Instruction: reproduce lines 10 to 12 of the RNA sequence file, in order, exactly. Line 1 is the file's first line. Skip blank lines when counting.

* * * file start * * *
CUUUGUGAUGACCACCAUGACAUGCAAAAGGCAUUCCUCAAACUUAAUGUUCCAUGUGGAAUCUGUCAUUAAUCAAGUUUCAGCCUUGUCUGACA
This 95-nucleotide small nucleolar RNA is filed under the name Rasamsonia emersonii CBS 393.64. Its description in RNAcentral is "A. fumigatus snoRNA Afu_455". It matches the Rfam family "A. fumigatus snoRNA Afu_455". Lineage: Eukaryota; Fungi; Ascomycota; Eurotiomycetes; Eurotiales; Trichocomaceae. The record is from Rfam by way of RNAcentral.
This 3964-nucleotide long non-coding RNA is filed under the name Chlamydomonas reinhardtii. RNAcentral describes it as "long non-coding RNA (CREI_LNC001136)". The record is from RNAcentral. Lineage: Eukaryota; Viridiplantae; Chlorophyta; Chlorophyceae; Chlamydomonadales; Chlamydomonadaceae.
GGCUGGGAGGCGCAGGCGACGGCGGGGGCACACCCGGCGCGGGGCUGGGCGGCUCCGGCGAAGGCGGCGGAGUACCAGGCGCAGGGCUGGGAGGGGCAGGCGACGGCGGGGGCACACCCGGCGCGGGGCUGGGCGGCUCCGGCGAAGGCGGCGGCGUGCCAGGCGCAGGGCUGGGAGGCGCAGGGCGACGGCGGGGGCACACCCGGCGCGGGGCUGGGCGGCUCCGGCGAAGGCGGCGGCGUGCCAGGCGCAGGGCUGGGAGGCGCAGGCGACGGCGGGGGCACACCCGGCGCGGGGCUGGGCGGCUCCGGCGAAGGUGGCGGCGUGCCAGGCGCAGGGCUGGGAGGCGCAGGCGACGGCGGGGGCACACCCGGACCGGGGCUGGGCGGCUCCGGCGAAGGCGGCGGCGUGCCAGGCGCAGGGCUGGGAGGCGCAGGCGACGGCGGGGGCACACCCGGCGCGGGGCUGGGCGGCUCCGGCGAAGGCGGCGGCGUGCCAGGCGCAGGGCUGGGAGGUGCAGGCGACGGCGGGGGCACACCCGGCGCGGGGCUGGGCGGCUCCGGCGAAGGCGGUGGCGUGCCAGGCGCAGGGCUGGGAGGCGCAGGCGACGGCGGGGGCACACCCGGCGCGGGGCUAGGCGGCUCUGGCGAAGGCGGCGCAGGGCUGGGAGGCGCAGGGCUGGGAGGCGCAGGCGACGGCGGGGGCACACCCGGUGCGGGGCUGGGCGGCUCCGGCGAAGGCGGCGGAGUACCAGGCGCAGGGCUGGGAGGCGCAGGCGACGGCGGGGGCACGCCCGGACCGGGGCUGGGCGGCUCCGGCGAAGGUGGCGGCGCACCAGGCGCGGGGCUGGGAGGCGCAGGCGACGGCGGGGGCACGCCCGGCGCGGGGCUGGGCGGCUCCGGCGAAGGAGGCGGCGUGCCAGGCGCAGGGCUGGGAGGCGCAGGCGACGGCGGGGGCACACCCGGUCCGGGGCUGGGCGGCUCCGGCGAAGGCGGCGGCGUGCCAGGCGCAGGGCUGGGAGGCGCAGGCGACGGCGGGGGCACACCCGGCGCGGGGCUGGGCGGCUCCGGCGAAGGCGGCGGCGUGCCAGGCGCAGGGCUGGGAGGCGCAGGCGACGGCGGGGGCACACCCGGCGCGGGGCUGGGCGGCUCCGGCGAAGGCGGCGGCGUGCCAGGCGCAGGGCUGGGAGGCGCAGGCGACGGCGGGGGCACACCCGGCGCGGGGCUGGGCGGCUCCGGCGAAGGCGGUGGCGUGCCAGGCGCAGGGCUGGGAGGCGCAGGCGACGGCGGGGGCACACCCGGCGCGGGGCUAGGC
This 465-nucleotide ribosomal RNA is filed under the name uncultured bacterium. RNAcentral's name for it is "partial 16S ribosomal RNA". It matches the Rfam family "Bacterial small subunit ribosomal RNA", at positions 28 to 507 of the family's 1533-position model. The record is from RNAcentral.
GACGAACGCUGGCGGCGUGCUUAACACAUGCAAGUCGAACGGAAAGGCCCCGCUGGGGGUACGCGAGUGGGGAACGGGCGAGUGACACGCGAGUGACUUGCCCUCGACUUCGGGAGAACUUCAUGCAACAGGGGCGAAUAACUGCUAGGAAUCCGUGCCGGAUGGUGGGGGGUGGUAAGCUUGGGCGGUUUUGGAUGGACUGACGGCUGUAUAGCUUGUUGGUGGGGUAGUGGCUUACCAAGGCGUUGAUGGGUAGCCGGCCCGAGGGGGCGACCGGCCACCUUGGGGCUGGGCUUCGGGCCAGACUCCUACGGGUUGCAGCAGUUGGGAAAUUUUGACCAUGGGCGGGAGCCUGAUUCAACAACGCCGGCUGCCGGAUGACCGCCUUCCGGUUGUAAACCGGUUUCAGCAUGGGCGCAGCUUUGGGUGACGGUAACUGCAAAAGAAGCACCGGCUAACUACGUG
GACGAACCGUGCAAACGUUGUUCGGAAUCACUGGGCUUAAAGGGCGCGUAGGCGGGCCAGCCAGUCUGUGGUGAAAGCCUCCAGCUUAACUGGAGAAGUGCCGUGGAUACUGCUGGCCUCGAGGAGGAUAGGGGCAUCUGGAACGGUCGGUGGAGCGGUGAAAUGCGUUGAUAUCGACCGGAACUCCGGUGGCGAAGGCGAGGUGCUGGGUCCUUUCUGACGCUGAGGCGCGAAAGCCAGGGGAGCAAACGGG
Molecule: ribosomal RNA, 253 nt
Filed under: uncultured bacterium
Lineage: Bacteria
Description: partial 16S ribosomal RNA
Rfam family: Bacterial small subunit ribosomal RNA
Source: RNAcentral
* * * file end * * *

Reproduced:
Lineage: Bacteria
Description: partial 16S ribosomal RNA
Rfam family: Bacterial small subunit ribosomal RNA